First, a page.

Summary: People consider moral decisions made by humanoid robots to be less ethically sound than when another human or traditional-looking robot makes the same decision.
Source: University of Helsinki
Moralities of Intelligent Machines is a project that investigates people’s attitudes towards moral choices made by artificial intelligence.
In the latest study completed under the project, study participants read short narratives where either a robot, a somewhat humanoid robot known as iRobot, a robot with a strong humanoid appearance called iClooney or a human being encounters a moral problem along the lines of the trolley dilemma, making a specific decision.
The participants were also shown images of these agents, after which they assessed the morality of their decisions.
The study was funded by the Jane and Aatos Erkko Foundation and the Academy of Finland.
The trolley dilemma is a problem where a person sees a trolley careening on the tracks, without anyone in control, towards five people. The person can either do nothing or turn the trolley onto another track, saving the five people but killing another individual on the other track.
Attitudes more negative towards humanoid robots
According to the study, people consider the choice made by the humanoid iRobot and iClooney less ethically sound than the same decision made by a human and a robot with a traditional robot-like appearance. Michael Laakasuo, a senior researcher at the University of Helsinki, project lead and the principal investigator of the study, links the findings to the uncanny valley effect, which has been identified in prior research.
“Humanness in artificial intelligence is perceived as eerie or creepy, and attitudes towards such robots are more negative than towards more machine-like robots. This may be due to, for example, the difficulty of reacting to a humanoid being: is it an animal, a human or a tool?”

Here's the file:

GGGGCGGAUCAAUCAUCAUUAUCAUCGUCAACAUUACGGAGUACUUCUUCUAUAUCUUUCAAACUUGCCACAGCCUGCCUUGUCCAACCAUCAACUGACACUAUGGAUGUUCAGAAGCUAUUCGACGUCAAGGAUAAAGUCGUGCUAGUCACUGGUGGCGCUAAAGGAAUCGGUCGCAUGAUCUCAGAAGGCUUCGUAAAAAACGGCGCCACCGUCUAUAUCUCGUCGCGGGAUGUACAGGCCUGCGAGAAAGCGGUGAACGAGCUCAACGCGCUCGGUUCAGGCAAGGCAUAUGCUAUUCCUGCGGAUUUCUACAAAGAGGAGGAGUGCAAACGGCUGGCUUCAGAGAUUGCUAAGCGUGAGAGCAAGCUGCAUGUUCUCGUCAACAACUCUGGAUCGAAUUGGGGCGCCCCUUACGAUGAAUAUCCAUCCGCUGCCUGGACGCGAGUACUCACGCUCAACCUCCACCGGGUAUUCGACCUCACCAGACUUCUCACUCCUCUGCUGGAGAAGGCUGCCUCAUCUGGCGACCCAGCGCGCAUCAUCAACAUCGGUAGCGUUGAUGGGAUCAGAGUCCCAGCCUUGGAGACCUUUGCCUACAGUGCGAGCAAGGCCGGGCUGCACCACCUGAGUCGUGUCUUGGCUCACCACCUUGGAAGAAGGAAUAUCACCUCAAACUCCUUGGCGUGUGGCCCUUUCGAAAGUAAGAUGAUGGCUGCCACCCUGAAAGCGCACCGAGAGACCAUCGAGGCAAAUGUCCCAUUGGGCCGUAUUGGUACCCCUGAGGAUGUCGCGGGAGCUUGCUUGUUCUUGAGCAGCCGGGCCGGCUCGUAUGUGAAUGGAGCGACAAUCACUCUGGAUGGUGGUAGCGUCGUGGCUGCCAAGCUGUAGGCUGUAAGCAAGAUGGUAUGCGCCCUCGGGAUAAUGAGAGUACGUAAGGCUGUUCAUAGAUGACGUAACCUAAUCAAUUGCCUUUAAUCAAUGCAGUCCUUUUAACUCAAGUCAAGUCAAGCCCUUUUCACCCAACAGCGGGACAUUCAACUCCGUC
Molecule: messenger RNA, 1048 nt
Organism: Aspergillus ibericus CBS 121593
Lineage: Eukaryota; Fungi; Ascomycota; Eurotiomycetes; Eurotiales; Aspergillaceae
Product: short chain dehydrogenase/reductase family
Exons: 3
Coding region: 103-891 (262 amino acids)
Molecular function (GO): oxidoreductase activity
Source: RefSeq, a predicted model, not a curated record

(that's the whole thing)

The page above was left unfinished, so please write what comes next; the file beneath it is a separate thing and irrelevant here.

According to Laakasuo, the findings indicate that humans do not find robots making moral decisions a strange idea, since the decisions made by a human and a traditional robot were seen as equally acceptable. Instead, the appearance of the robot makes a difference to evaluating their morality.
Discussion guides the regulation of AI Laakasuo says that the number of intelligent machines making moral choices is growing in our society, with self-driving cars as an example.
“It’s important to know how people view intelligent machines and what kinds of factors affect related moral assessment. For instance, are traffic violations perpetrated by a stylish self-driving car perceived differently from those of a less classy model?”
This knowledge can influence the direction of AI and robotics development, as well as, among other things, product branding. Knowledge can also shape the political discussion relating to the regulation of artificial intelligence. For example, self-driving cars can become test laboratories of sorts for private companies: in the case of accidents, the consequences can be dealt with using money, risking human health in the name of technological advancement with appeals to consequentialist morals.
“What kind of robots do we want to have among us: robots who save five people from being run over by a trolley, sacrificing one person, or robots who refuse to sacrifice anyone even if it would mean saving several lives? Should robots be designed to look like humans or not if their appearance affects the perceived morality of their actions?”
About this robotics research news
Source: University of Helsinki Contact: Michael Laakasuo – University of Helsinki Image: The image is in the public domain
Moral Uncanny Valley: A Robot’s Appearance Moderates How its Decisions are Judged
Artificial intelligence and robotics are rapidly advancing. Humans are increasingly often affected by autonomous machines making choices with moral repercussions. At the same time, classical research in robotics shows that people are adverse to robots that appear eerily human—a phenomenon commonly referred to as the uncanny valley effect. Yet, little is known about how machines’ appearances influence how human evaluate their moral choices.
Here we integrate the uncanny valley effect into moral psychology. In two experiments we test whether humans evaluate identical moral choices made by robots differently depending on the robots’ appearance. Participants evaluated either deontological (“rule based”) or utilitarian (“consequence based”) moral decisions made by different robots.
The results provide first indication that people evaluate moral choices by robots that resemble humans as less moral compared to the same moral choices made by humans or non-human robots: a moral uncanny valley effect. We discuss the implications of our findings for moral psychology, social robotics and AI-safety policy.